It was a David and Goliath story at the conclusion of this year’s $1 million buy-in Big One for One Drop event. On one side of the table sat one of the giants of the game, Daniel Negreanu, battling for his third bracelet in two years and seventh overall. Surrounded by a massive rail of poker fans, he was the fan favorite with experience on his side.
On the other side of the table was young online poker pro Daniel Colman, appearing at his first WSOP final table at just 23 years of age. While he is far from a household name, even among more fervent poker fans, he is nonetheless an accomplished player who had the skills to compete with the best.
Dan Colman proved those skills today, putting them to use at a tough final table that concluded with the heads-up battle against Negreanu and with Colman holding up the platinum one of a kind bracelet. Colman earns $15,306,668 for the victory, which rockets him up the all-time money list after starting today with just $159,010 in career WSOP earnings.
The spotlight averse Colman declined to be interviewed following his win, but Negreanu had kind words about the latest bracelet winner.
"What makes him tough is he is very good at playing flops. If you want to be a good poker player, preflop poker is not where it's at. He plays lots of flops, he's very careful. Think boxer-wise. He had his guard up and threw a lot of little jabs, then when someone would open up, he'd throw the knockout punch," Negreanu explained.
While Colman took the title, it is worth noting that Negreanu did beat the youngster from Massachusetts in one category. Thanks to his $8,288,001 runner-up payday, Negreanu is now the all-time money earner in the world of poker with almost $30 million in career tournament winnings.
After an epically long day of action on Day 2, the third and final day of play in this event flew by. There were nine players who returned for the final day, which meant one would go home empty-handed, while the rest would collect $1.3 miilion. After over an hour of nine-handed play on Day 2 without a bustout, it took just one hand to burst the bubble at the final table. A short-stacked Tom Hall got it all-in preflop to Negreanu, failed to win his coinflip, and exited shy of the final table and the money.
From there, it took just two levels to lose four more players. Short stacks Cary Katz and Paul Newey failed to build their stacks, while German Christoph Vogelsang managed to double up twice, including once in a massive pot against start of day chip leader Rick Salomon. After the other German at the table, Tobias Reinkemeier exited in fifth place, Salomon followed in fourth place shortly after that.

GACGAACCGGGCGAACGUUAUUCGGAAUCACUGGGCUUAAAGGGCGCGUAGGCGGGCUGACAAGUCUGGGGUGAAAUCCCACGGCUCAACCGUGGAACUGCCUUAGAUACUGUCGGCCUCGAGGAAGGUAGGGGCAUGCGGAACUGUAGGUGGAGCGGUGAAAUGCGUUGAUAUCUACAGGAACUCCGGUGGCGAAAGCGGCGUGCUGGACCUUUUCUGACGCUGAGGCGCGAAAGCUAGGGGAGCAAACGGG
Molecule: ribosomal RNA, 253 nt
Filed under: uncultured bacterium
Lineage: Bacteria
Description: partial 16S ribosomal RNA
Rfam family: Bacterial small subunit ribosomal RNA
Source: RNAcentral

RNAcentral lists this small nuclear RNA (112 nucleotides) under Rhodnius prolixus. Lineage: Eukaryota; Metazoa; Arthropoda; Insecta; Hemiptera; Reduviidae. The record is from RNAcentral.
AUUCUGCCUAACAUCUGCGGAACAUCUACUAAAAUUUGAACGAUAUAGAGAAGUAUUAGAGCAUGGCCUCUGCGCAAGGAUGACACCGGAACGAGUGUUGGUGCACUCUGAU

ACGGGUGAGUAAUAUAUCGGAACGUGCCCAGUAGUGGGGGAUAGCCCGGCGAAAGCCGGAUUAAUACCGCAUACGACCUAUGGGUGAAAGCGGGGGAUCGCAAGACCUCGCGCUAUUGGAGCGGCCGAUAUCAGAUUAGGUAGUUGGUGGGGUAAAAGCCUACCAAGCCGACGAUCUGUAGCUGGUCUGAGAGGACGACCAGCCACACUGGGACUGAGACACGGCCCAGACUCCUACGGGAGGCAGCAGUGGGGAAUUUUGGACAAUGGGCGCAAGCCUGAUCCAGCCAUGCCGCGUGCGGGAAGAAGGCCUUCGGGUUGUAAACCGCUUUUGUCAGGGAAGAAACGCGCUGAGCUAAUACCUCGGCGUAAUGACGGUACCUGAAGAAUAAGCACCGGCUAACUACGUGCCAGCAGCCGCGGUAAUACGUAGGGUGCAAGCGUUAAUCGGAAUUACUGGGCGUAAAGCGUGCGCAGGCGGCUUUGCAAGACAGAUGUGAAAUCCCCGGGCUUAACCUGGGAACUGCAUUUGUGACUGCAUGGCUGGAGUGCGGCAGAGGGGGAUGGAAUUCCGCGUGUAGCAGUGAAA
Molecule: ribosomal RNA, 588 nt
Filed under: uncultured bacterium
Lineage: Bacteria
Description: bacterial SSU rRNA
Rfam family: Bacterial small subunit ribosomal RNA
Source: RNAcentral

While Vogelsang valiantly chipped up and kept three-handed play going for a while, his run would end in third place, setting up a heads-up battle between Negreanu and Colman. All told, the final table action last for 118 hands.
This year’s $1 million Big One for One Drop event drew 42 participants, generating a prize pool of $37,333,338. Additionally, thanks to $111,111 of each buy-in going towards the water equality organization One Drop, the event also raised $4.6 million for charity. The giving for One Drop doesn’t stop there though, as US residents can text ONEDROP to 20222 and pledge $10 to the cause. Over the nearly three years WSOP and One Drop have partenered together, over $11 million has been raised for the charity.
As with the original Big One for One Drop in 2012, there was much speculation about who would play, how many amateurs in relation to pros there would be, and how many people from 2012 would be back in 2014. Here are some key figures:
Here are the final table results from the $1 million buy-in Big One for One Drop event:
1st: Daniel Colman - $15,306,668
2nd: Daniel Negreanu - $8,288,001
3rd: Christoph Vogelsang - $4,480,000
4th: Rick Salomon - $2,800,000
5th: Tobias Reinkemeier - $2,053,334
6th: Scott Seiver - $1,680,000
7th: Paul Newey - $1,418,667
- 30 professionals and 12 amateur/recreational players
- 24 new players and 18 returning players from 2012
- 15 bracelet winners
- 1 Poker Hall of Famer (Erik Seidel)
- 1 WSOP Main Event Champion (Greg Merson)
- Five of eight final table players from 2012 (Only Phil Hellmuth--5th, Bobby Baldwin – 7th and Richard Yong -8th did not participate)
- Three satellite winners, two from WSOP (Connor Drinan and Erick Lindgren) and one from Bellagio (Bill Klein)
The latest One Drop champ was not available for comment after the event, but we did catch up with the runner-up to talk about his new top spot, the POY race, and what he thought of his opponent: